Promoting good governance in the mining sector
Title: Promoting Good Governance in the Extractive Sector in Afghanistan
Commissioned by: German Federal Ministry for Economic Cooperation and Development (BMZ)
Partner: Ministry of Mines and Petroleum (MoMP) in Afghanistan
Lead executing agency: Ministry of Mines and Petroleum, Islamic Republic of Afghanistan
Ministry of Finance, Islamic Republic of Afghanistan
Overall term: 2013 to 2018
Afghanistan is rich in mineral resources, such as copper, lithium, iron, rare-earth elements, gold and cobalt. The country could become one of the world's leading mineral exporters by taking a sustainable approach to extraction. The tax revenues derived from mineral extraction would even be sufficient to make Afghanistan independent of international donors. To this end, the Afghan Government must control the extraction and marketing of minerals to ensure that revenue generated is actually reinvested in the country and used for its development.
In addition to a large number of illegal and informal mining operations, there are still shortcomings in the transparent allocation and oversight of exploration licences. The public revenue from this sector is collected by two different ministries, which has a negative impact on financial management. The Afghan Ministry of Mines and Petroleum (MoMP) also collects little data on mineral extraction and the revenue generated, and does not publish any reports.
Confidence in the legitimacy and efficiency of public services has increased.
Mining is controlled by MoMP in accordance with the criteria of good governance. Mineral extraction is structured and transparent, enabling public revenue to be duly channelled into the development of the country and increasing the return on investments in the mining industry.
The Deutsche Gesellschaft für Internationale Zusammenarbeit (GIZ) GmbH has been advising MoMP on behalf of the German Federal Ministry for Economic Cooperation and Development (BMZ) since 2014 with a view to improving capacity for strategic governance and effective mining oversight. This involves a number of approaches, such as revising laws and policies in mining, building expertise and capacity in the administrative bodies and the mining supervisory authorities, and promoting transparency in the extractive sector by introducing international standards.
MoMP has delegated numerous administrative and supervisory roles to provincial authorities and the project has provided administrative and technical training for some 350 mine inspectors and administrative experts from Kabul and the northern provinces. MoMP inspectors and employees have also undergone further training – in other countries in some instances.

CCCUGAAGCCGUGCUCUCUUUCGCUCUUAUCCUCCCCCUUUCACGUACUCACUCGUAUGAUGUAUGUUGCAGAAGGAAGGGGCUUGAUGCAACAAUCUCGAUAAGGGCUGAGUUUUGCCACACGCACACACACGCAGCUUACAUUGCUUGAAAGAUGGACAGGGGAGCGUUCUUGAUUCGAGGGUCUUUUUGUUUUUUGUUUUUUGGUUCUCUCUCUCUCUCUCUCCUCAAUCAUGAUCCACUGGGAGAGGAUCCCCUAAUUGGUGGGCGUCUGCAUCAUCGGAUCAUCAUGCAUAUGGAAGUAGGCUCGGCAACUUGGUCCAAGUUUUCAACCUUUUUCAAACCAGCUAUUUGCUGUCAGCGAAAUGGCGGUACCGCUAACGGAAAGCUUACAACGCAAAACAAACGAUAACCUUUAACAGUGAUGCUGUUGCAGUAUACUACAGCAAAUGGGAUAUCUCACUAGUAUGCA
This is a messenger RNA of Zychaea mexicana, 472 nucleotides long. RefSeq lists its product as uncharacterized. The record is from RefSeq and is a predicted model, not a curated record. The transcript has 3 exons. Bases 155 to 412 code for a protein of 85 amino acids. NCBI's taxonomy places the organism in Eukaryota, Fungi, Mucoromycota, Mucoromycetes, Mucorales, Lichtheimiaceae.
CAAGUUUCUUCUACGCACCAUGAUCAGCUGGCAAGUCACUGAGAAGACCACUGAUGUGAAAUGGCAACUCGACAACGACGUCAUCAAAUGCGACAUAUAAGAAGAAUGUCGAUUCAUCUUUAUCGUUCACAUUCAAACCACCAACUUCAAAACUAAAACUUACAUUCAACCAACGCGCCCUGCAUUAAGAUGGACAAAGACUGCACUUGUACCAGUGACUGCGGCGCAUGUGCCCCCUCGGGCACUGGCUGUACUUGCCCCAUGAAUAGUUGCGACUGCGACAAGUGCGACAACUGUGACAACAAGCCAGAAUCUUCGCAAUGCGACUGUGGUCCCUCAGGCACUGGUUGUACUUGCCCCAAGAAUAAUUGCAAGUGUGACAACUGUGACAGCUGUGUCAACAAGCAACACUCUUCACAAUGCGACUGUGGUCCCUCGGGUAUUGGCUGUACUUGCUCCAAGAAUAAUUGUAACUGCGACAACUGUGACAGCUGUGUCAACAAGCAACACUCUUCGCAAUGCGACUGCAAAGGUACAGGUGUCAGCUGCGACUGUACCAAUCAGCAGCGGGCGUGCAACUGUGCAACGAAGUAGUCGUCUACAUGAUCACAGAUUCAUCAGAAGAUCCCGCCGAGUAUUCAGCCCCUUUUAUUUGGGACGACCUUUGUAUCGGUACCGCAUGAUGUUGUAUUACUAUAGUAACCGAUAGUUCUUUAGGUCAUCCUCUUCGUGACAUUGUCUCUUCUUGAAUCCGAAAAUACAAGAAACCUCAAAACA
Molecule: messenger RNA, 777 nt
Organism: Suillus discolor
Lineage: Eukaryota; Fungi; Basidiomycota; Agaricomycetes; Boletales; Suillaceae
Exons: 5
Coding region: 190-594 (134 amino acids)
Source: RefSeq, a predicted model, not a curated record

Afghanistan has been seeking full membership of the Extractive Industries Transparency Initiative (EITI) since 2010. The project supports the Initiative in promoting cooperation between the extractive industry, the state and civil society. To this end, the Afghanistan EITI organises discussion forums to bring key players from civil society, industry and public authorities together. The results are fed into the national debate on the sustainable extraction of the country's mineral resources. The EITI Standard is also taken up in national policies like the Afghanistan National Peace and Development Framework.
A road map has been developed to facilitate regular publication of ownership structures of mining companies by 2020, in accordance with the EITI Standard, and this journey has already begun. Revenue generated from the extractive sector is also being published in annual reports. Increased transparency and participation are boosting public confidence in the state. Moreover, the measures are contributing to a more stable and improved investment climate in the extractive sector.
The technical and administrative training courses in various provinces have equipped 350 mining inspectors with the skills they need to perform their administrative and monitoring duties more proficiently. MoMP employees also attend further training courses in order to process licence applications correctly and to model best practice in applying the rules and regulations of the mining sector. 261 inspectors have been acquainted with modern mining companies, contemporary mining practices and mining supervision in Turkey, Iran and South America, and have received further training in sector-specific and engineering-related issues. 10 inspectors have also been prepared for in-service training tasks in the provinces. Further training has also been undertaken by 72 employees from the middle and senior management tiers at MoMP, 25 per cent of them women.
In addition, many transparency standards have already been introduced with a view to combating corruption in the mining sector and putting in place a structure of control and oversight. The Afghan government is seeking full membership of EITI which it joined in 2010. The Initiative promotes cooperation between the extractive industry, the state and civil society, and its stated aim is to monitor and publish public revenue from the extractive sector. The resulting dialogue between various key players and the greater degree of transparency will ultimately also increase public confidence in the state. Through the training of Afghan experts and visits to foreign mines, the project will help the Afghan Government to implement international standards and to guarantee transparency in order to enable Afghanistan to join EITI after 2018.